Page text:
Meninos has released an updated version of the previously featured Photoshop magnets. No new functionality has been added. And there’s still no Windows version.
Get a set of Photoshop CS4 Magnets at Meninos for only $25 (USD).
LEGO has just released an official iPhone App. Is it as cool as you think it will be? Maybe, maybe not.
There’s just something about LEGOs that is completely timeless. Even though it’s been years since I used the bricks, I still love anything that’s connected to them.
So the guys over at Sony were kind enough to provide us with one of their nifty DSC-WX1 digital cameras so we could go out and shoot some cool panoramic pics – with the goal of putting some of these high-tech wonders in the hands of school kids.
Facebook has hit the Nintendo DSi–in Japan, at least–in a limited, if useful sense. The combo was announced at E3 with little fanfare, and no detail, but thanks to a recent update, Japanese DSi owners can now upload pictures they’ve taken with the handheld straight to Facebook.
If you know what to do when Andre3000 tells you to shake it like a Polaroid picture, then you’re probably well acquainted with the anachronistic instant cameras from as early as the late 40’s. For the younger folks out there, instant cameras have built-in printers and use self-developing films, allowing users to print their pictures seconds after each shot.
If you’re a tinkerer like me, you’ve probably cracked the case open on at least a few of your electronic gadgets to see what they look like on the inside. But I bet you’ve never seen the guts of your video game console quite like this.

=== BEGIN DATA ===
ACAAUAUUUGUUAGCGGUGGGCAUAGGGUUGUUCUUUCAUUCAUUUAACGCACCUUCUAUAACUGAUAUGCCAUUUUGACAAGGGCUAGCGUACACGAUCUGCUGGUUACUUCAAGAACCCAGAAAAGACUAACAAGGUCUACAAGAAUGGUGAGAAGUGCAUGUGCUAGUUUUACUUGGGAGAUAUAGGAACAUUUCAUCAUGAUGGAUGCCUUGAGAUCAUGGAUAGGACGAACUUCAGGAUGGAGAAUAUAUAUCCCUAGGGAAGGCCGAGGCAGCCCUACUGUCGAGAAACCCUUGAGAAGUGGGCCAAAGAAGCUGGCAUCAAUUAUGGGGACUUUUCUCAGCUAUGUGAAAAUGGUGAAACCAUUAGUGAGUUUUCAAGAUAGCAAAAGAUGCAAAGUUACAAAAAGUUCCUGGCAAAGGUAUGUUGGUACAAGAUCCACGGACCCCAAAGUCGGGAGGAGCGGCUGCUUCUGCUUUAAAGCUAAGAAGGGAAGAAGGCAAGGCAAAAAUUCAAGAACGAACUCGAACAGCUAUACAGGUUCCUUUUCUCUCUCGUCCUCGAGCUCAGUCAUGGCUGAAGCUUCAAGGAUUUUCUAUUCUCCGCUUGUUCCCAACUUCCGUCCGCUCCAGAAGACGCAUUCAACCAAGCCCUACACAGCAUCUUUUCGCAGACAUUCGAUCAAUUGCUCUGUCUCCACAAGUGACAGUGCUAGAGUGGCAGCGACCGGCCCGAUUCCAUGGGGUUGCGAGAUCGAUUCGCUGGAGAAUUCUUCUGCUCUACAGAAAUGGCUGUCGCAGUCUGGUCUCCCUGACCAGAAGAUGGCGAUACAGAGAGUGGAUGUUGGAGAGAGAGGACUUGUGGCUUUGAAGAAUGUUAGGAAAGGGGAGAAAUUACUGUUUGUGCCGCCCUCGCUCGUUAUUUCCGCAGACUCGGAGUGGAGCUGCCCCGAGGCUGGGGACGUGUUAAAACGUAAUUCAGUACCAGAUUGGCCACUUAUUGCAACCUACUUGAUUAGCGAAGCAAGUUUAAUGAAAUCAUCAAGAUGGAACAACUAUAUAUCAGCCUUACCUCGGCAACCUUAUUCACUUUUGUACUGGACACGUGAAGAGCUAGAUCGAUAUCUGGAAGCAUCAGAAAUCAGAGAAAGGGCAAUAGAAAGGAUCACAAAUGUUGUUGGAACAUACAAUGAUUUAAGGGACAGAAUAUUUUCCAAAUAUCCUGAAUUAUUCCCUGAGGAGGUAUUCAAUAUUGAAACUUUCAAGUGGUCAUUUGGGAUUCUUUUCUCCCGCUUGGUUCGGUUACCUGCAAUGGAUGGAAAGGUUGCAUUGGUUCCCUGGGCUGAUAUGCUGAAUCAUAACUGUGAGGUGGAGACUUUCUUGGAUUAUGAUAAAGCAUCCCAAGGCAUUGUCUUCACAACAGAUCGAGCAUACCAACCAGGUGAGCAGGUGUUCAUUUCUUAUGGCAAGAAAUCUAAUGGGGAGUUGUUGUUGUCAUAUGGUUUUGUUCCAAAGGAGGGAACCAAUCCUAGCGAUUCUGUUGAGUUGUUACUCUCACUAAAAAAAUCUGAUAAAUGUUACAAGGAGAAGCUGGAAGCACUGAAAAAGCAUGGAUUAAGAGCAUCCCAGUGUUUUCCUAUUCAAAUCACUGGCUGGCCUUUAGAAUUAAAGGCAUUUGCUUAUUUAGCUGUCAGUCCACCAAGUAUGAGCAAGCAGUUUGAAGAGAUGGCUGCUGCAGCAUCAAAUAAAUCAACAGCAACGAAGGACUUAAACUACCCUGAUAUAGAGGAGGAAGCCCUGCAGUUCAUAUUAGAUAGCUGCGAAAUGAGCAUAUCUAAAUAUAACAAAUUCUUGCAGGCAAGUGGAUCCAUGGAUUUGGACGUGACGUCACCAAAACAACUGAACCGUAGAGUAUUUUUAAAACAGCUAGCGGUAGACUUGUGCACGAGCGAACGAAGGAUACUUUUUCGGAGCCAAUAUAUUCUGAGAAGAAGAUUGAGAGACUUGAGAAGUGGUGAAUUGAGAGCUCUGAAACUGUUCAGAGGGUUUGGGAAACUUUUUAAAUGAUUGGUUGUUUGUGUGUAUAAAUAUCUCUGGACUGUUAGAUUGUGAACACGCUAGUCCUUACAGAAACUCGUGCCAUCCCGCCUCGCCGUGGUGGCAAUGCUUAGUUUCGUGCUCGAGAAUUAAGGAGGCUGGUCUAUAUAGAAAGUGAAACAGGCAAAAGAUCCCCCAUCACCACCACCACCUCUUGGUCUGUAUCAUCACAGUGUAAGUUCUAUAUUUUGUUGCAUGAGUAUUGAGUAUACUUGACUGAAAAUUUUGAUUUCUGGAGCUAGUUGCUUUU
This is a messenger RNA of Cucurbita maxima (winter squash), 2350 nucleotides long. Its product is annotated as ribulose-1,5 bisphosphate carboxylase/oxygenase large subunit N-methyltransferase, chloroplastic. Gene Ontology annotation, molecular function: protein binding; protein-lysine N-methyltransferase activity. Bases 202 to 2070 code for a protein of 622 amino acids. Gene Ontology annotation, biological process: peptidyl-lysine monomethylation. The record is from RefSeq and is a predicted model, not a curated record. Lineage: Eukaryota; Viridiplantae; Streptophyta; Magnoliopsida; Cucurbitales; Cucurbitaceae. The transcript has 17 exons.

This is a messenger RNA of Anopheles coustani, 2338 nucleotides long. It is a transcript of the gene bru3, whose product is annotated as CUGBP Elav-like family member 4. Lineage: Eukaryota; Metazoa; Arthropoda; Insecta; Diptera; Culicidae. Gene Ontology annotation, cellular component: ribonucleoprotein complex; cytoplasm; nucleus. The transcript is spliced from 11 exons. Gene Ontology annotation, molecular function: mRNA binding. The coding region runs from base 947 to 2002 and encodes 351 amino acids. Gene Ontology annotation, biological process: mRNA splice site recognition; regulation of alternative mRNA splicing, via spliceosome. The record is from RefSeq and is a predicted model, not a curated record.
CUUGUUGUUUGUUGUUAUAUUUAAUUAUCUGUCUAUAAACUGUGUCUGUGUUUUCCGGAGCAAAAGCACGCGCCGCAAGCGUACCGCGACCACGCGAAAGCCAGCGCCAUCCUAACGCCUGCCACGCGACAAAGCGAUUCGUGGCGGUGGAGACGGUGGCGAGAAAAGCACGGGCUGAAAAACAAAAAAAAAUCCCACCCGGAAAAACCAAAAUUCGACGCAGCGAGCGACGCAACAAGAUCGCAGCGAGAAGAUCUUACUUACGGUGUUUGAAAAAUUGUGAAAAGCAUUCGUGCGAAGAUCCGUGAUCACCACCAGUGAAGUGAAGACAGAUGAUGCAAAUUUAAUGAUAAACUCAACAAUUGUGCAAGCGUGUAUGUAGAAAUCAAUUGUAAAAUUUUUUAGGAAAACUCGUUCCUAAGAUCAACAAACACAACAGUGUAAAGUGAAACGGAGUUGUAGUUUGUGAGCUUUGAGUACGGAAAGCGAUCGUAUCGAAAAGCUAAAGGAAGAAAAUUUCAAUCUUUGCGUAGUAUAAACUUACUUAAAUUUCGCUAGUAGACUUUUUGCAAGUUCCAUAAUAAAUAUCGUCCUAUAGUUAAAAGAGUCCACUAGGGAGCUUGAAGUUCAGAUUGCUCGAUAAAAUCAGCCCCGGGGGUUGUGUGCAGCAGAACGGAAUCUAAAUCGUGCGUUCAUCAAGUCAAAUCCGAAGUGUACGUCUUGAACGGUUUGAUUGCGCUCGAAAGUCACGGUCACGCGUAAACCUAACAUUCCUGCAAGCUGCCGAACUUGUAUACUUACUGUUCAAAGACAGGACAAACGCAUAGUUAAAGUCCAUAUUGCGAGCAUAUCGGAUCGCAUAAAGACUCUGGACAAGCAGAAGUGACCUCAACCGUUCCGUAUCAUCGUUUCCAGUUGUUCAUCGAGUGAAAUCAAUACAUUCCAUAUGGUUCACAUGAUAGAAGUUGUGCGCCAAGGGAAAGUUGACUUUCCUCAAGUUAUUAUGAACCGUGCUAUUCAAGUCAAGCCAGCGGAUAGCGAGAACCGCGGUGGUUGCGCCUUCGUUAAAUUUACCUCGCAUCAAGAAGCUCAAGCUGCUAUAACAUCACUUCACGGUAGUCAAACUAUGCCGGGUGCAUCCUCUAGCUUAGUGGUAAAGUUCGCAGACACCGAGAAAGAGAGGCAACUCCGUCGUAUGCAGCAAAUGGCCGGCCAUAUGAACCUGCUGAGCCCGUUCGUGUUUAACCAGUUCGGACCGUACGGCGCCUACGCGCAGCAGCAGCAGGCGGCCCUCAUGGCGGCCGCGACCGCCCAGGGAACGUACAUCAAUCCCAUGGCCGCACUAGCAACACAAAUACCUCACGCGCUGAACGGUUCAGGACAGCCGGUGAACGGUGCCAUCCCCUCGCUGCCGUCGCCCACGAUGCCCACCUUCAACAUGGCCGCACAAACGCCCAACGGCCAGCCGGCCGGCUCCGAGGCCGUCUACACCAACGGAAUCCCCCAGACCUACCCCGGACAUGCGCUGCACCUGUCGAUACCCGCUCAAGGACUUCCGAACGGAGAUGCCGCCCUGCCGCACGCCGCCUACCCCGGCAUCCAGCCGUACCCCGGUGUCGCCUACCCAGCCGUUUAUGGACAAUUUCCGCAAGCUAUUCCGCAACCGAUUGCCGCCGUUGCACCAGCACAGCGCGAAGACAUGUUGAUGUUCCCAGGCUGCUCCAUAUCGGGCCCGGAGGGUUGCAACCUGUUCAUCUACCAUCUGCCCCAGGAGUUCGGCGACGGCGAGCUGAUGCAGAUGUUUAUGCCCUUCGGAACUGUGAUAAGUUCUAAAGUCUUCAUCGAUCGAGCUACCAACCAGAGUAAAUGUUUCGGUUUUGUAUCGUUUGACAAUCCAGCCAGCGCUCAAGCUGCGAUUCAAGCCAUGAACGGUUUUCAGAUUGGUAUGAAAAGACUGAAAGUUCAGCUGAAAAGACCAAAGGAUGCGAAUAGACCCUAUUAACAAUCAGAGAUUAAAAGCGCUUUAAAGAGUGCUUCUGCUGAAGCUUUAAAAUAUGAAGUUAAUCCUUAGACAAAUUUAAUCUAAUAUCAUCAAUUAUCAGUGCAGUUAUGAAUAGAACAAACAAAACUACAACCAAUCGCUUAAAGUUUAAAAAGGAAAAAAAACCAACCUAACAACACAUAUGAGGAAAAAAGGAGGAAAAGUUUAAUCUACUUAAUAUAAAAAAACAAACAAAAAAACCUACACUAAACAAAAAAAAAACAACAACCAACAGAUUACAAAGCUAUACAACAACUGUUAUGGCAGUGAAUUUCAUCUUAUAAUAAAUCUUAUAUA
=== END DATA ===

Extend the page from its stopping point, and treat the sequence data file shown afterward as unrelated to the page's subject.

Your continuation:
I’m deeply saddened to report that everyone’s favorite speedy, spiny gaming mammal, Sonic the Hedgehog was found dead today at the age of 18.
Run down in the prime of his life, it’s unknown why Sonic was wandering around this parking lot in the North of England.
Have you ever seen those headless paintings or headless cardboard figures in parks or zoos or movie theaters? The ones where you can place your head where the head of the thing should be, such that you look exactly what an idiot would look like?
This collaboration between UK mixed-media artist Chrissie MacDonald and photographer Dominic Lee envisions what Tetris might look like on some newfangled 3-dimensional computing platform that uses physical blocks to let you play the classic Russian puzzler.
Mario, as seen on the streets of New York City (on 23rd st between 10th and 11th). I have a funny feeling that whatever is down at the other end of those pipes is a lot less pleasant than the bowels of the Mushroom Kingdom.
Spotted on the streets of Lyon, France, where artists Benoit Deseille and Benedetto Bufalino transformed an old phone booth into an aquarium – complete with fish. Unfortunately, all of the calls just sound like blurble-blurble-blurble.
Do you spend a good bit of your time in front of your computer monitor engrossed in Adobe Photoshop or Illustrator? Now you can break down that pesky divide between the digital and real worlds with this clever magnetic photo board.